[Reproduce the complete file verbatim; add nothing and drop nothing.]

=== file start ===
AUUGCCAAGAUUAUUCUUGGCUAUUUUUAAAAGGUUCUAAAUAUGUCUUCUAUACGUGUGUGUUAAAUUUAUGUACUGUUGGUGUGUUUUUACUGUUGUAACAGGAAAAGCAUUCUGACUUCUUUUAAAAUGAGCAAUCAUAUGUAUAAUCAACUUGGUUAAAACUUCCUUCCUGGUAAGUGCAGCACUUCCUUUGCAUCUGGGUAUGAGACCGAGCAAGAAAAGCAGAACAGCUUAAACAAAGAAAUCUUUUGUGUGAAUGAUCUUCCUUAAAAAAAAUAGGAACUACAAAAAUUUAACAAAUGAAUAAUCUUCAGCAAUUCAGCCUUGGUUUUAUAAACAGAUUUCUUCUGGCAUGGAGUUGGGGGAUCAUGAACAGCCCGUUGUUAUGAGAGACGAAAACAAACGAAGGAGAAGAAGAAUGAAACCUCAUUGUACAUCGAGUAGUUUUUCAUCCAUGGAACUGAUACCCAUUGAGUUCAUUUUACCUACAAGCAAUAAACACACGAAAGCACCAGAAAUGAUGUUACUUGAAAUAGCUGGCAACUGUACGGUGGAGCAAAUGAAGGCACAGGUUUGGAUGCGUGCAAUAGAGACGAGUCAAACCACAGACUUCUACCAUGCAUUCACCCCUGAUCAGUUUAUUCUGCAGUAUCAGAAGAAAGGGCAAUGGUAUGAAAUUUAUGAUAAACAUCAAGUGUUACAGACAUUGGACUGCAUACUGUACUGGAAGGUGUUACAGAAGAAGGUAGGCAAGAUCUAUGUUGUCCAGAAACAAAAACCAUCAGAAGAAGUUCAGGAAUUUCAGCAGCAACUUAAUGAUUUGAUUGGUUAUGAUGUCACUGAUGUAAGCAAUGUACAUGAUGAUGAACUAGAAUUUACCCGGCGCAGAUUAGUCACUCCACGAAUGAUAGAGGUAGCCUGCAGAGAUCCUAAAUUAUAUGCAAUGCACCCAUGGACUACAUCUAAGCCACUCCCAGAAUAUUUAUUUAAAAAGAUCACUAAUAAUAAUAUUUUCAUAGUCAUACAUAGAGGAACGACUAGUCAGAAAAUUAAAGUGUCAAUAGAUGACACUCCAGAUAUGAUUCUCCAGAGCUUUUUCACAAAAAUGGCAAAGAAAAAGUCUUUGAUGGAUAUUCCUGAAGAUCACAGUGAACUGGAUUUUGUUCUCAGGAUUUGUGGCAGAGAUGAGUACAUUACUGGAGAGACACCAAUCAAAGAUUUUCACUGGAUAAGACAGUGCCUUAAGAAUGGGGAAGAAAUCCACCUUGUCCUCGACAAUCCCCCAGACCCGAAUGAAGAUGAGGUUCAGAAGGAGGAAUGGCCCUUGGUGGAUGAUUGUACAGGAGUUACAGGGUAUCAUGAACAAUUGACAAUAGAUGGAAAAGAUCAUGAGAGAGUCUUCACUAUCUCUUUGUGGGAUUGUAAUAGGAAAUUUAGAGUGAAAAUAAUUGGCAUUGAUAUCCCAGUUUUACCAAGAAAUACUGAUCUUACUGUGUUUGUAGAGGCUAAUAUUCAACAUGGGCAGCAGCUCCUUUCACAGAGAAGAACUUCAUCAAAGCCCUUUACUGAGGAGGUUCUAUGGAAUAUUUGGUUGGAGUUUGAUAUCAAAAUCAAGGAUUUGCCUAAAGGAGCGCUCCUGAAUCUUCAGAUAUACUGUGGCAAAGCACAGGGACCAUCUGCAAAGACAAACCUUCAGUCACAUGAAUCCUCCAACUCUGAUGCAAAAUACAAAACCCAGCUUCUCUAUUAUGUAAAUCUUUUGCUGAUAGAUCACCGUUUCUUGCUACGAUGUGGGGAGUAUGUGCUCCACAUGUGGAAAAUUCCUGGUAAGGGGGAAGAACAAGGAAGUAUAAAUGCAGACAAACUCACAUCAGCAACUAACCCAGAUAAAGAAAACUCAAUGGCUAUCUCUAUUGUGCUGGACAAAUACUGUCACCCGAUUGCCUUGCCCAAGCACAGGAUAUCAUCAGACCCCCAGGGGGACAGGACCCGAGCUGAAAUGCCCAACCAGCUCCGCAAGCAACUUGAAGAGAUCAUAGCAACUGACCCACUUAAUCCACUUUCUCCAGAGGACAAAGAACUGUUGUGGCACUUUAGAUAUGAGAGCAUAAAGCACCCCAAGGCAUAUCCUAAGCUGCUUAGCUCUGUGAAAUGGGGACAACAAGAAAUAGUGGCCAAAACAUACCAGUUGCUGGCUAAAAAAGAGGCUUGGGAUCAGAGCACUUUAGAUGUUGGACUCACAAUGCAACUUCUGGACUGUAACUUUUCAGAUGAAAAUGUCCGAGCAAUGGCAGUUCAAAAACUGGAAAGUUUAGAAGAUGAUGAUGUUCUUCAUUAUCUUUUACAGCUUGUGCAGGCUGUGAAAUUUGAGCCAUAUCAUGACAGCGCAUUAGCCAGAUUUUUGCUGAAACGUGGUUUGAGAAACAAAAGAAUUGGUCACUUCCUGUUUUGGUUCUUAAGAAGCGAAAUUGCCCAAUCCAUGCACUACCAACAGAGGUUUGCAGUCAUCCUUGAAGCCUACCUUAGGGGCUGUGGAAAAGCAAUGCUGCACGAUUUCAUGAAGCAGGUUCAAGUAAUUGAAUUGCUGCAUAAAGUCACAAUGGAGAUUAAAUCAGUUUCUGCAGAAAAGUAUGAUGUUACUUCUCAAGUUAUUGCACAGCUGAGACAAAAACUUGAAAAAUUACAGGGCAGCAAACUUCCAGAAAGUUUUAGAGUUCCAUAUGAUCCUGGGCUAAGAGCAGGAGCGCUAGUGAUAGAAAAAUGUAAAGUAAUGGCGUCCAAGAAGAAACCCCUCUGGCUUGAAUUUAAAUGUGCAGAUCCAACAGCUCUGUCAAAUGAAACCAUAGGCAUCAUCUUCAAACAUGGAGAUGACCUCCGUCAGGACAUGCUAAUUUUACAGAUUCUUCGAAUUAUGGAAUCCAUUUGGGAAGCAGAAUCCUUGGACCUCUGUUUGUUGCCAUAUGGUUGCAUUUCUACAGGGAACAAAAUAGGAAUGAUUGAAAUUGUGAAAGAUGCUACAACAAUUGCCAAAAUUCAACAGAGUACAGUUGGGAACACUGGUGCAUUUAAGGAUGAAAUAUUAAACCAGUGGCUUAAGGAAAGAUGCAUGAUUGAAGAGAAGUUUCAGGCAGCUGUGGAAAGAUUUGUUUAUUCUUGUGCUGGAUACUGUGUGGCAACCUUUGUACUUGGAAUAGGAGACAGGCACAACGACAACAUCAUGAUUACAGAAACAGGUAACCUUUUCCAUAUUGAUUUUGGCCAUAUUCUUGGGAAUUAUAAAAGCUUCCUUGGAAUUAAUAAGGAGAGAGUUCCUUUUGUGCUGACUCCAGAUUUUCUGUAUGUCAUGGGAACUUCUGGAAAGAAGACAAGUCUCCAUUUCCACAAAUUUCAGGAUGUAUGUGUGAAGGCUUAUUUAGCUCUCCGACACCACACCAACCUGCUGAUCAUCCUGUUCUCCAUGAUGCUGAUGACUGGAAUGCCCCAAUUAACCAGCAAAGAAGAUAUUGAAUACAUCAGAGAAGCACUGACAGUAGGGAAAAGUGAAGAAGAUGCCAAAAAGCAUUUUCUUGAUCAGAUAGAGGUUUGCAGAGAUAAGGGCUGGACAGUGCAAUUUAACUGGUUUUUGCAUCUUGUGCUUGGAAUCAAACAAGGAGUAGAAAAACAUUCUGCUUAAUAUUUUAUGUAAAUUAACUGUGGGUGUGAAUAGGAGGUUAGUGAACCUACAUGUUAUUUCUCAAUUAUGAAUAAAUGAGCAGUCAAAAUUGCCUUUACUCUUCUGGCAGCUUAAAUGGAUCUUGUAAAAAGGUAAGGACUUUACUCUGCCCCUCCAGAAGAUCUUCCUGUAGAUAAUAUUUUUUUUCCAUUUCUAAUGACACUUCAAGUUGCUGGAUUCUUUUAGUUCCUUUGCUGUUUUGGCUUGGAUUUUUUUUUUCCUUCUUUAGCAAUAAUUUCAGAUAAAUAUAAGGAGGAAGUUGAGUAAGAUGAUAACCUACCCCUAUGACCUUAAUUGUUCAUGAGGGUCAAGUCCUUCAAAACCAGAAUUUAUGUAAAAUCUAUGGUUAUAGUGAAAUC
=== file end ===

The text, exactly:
AUUGCCAAGAUUAUUCUUGGCUAUUUUUAAAAGGUUCUAAAUAUGUCUUCUAUACGUGUGUGUUAAAUUUAUGUACUGUUGGUGUGUUUUUACUGUUGUAACAGGAAAAGCAUUCUGACUUCUUUUAAAAUGAGCAAUCAUAUGUAUAAUCAACUUGGUUAAAACUUCCUUCCUGGUAAGUGCAGCACUUCCUUUGCAUCUGGGUAUGAGACCGAGCAAGAAAAGCAGAACAGCUUAAACAAAGAAAUCUUUUGUGUGAAUGAUCUUCCUUAAAAAAAAUAGGAACUACAAAAAUUUAACAAAUGAAUAAUCUUCAGCAAUUCAGCCUUGGUUUUAUAAACAGAUUUCUUCUGGCAUGGAGUUGGGGGAUCAUGAACAGCCCGUUGUUAUGAGAGACGAAAACAAACGAAGGAGAAGAAGAAUGAAACCUCAUUGUACAUCGAGUAGUUUUUCAUCCAUGGAACUGAUACCCAUUGAGUUCAUUUUACCUACAAGCAAUAAACACACGAAAGCACCAGAAAUGAUGUUACUUGAAAUAGCUGGCAACUGUACGGUGGAGCAAAUGAAGGCACAGGUUUGGAUGCGUGCAAUAGAGACGAGUCAAACCACAGACUUCUACCAUGCAUUCACCCCUGAUCAGUUUAUUCUGCAGUAUCAGAAGAAAGGGCAAUGGUAUGAAAUUUAUGAUAAACAUCAAGUGUUACAGACAUUGGACUGCAUACUGUACUGGAAGGUGUUACAGAAGAAGGUAGGCAAGAUCUAUGUUGUCCAGAAACAAAAACCAUCAGAAGAAGUUCAGGAAUUUCAGCAGCAACUUAAUGAUUUGAUUGGUUAUGAUGUCACUGAUGUAAGCAAUGUACAUGAUGAUGAACUAGAAUUUACCCGGCGCAGAUUAGUCACUCCACGAAUGAUAGAGGUAGCCUGCAGAGAUCCUAAAUUAUAUGCAAUGCACCCAUGGACUACAUCUAAGCCACUCCCAGAAUAUUUAUUUAAAAAGAUCACUAAUAAUAAUAUUUUCAUAGUCAUACAUAGAGGAACGACUAGUCAGAAAAUUAAAGUGUCAAUAGAUGACACUCCAGAUAUGAUUCUCCAGAGCUUUUUCACAAAAAUGGCAAAGAAAAAGUCUUUGAUGGAUAUUCCUGAAGAUCACAGUGAACUGGAUUUUGUUCUCAGGAUUUGUGGCAGAGAUGAGUACAUUACUGGAGAGACACCAAUCAAAGAUUUUCACUGGAUAAGACAGUGCCUUAAGAAUGGGGAAGAAAUCCACCUUGUCCUCGACAAUCCCCCAGACCCGAAUGAAGAUGAGGUUCAGAAGGAGGAAUGGCCCUUGGUGGAUGAUUGUACAGGAGUUACAGGGUAUCAUGAACAAUUGACAAUAGAUGGAAAAGAUCAUGAGAGAGUCUUCACUAUCUCUUUGUGGGAUUGUAAUAGGAAAUUUAGAGUGAAAAUAAUUGGCAUUGAUAUCCCAGUUUUACCAAGAAAUACUGAUCUUACUGUGUUUGUAGAGGCUAAUAUUCAACAUGGGCAGCAGCUCCUUUCACAGAGAAGAACUUCAUCAAAGCCCUUUACUGAGGAGGUUCUAUGGAAUAUUUGGUUGGAGUUUGAUAUCAAAAUCAAGGAUUUGCCUAAAGGAGCGCUCCUGAAUCUUCAGAUAUACUGUGGCAAAGCACAGGGACCAUCUGCAAAGACAAACCUUCAGUCACAUGAAUCCUCCAACUCUGAUGCAAAAUACAAAACCCAGCUUCUCUAUUAUGUAAAUCUUUUGCUGAUAGAUCACCGUUUCUUGCUACGAUGUGGGGAGUAUGUGCUCCACAUGUGGAAAAUUCCUGGUAAGGGGGAAGAACAAGGAAGUAUAAAUGCAGACAAACUCACAUCAGCAACUAACCCAGAUAAAGAAAACUCAAUGGCUAUCUCUAUUGUGCUGGACAAAUACUGUCACCCGAUUGCCUUGCCCAAGCACAGGAUAUCAUCAGACCCCCAGGGGGACAGGACCCGAGCUGAAAUGCCCAACCAGCUCCGCAAGCAACUUGAAGAGAUCAUAGCAACUGACCCACUUAAUCCACUUUCUCCAGAGGACAAAGAACUGUUGUGGCACUUUAGAUAUGAGAGCAUAAAGCACCCCAAGGCAUAUCCUAAGCUGCUUAGCUCUGUGAAAUGGGGACAACAAGAAAUAGUGGCCAAAACAUACCAGUUGCUGGCUAAAAAAGAGGCUUGGGAUCAGAGCACUUUAGAUGUUGGACUCACAAUGCAACUUCUGGACUGUAACUUUUCAGAUGAAAAUGUCCGAGCAAUGGCAGUUCAAAAACUGGAAAGUUUAGAAGAUGAUGAUGUUCUUCAUUAUCUUUUACAGCUUGUGCAGGCUGUGAAAUUUGAGCCAUAUCAUGACAGCGCAUUAGCCAGAUUUUUGCUGAAACGUGGUUUGAGAAACAAAAGAAUUGGUCACUUCCUGUUUUGGUUCUUAAGAAGCGAAAUUGCCCAAUCCAUGCACUACCAACAGAGGUUUGCAGUCAUCCUUGAAGCCUACCUUAGGGGCUGUGGAAAAGCAAUGCUGCACGAUUUCAUGAAGCAGGUUCAAGUAAUUGAAUUGCUGCAUAAAGUCACAAUGGAGAUUAAAUCAGUUUCUGCAGAAAAGUAUGAUGUUACUUCUCAAGUUAUUGCACAGCUGAGACAAAAACUUGAAAAAUUACAGGGCAGCAAACUUCCAGAAAGUUUUAGAGUUCCAUAUGAUCCUGGGCUAAGAGCAGGAGCGCUAGUGAUAGAAAAAUGUAAAGUAAUGGCGUCCAAGAAGAAACCCCUCUGGCUUGAAUUUAAAUGUGCAGAUCCAACAGCUCUGUCAAAUGAAACCAUAGGCAUCAUCUUCAAACAUGGAGAUGACCUCCGUCAGGACAUGCUAAUUUUACAGAUUCUUCGAAUUAUGGAAUCCAUUUGGGAAGCAGAAUCCUUGGACCUCUGUUUGUUGCCAUAUGGUUGCAUUUCUACAGGGAACAAAAUAGGAAUGAUUGAAAUUGUGAAAGAUGCUACAACAAUUGCCAAAAUUCAACAGAGUACAGUUGGGAACACUGGUGCAUUUAAGGAUGAAAUAUUAAACCAGUGGCUUAAGGAAAGAUGCAUGAUUGAAGAGAAGUUUCAGGCAGCUGUGGAAAGAUUUGUUUAUUCUUGUGCUGGAUACUGUGUGGCAACCUUUGUACUUGGAAUAGGAGACAGGCACAACGACAACAUCAUGAUUACAGAAACAGGUAACCUUUUCCAUAUUGAUUUUGGCCAUAUUCUUGGGAAUUAUAAAAGCUUCCUUGGAAUUAAUAAGGAGAGAGUUCCUUUUGUGCUGACUCCAGAUUUUCUGUAUGUCAUGGGAACUUCUGGAAAGAAGACAAGUCUCCAUUUCCACAAAUUUCAGGAUGUAUGUGUGAAGGCUUAUUUAGCUCUCCGACACCACACCAACCUGCUGAUCAUCCUGUUCUCCAUGAUGCUGAUGACUGGAAUGCCCCAAUUAACCAGCAAAGAAGAUAUUGAAUACAUCAGAGAAGCACUGACAGUAGGGAAAAGUGAAGAAGAUGCCAAAAAGCAUUUUCUUGAUCAGAUAGAGGUUUGCAGAGAUAAGGGCUGGACAGUGCAAUUUAACUGGUUUUUGCAUCUUGUGCUUGGAAUCAAACAAGGAGUAGAAAAACAUUCUGCUUAAUAUUUUAUGUAAAUUAACUGUGGGUGUGAAUAGGAGGUUAGUGAACCUACAUGUUAUUUCUCAAUUAUGAAUAAAUGAGCAGUCAAAAUUGCCUUUACUCUUCUGGCAGCUUAAAUGGAUCUUGUAAAAAGGUAAGGACUUUACUCUGCCCCUCCAGAAGAUCUUCCUGUAGAUAAUAUUUUUUUUCCAUUUCUAAUGACACUUCAAGUUGCUGGAUUCUUUUAGUUCCUUUGCUGUUUUGGCUUGGAUUUUUUUUUUCCUUCUUUAGCAAUAAUUUCAGAUAAAUAUAAGGAGGAAGUUGAGUAAGAUGAUAACCUACCCCUAUGACCUUAAUUGUUCAUGAGGGUCAAGUCCUUCAAAACCAGAAUUUAUGUAAAAUCUAUGGUUAUAGUGAAAUC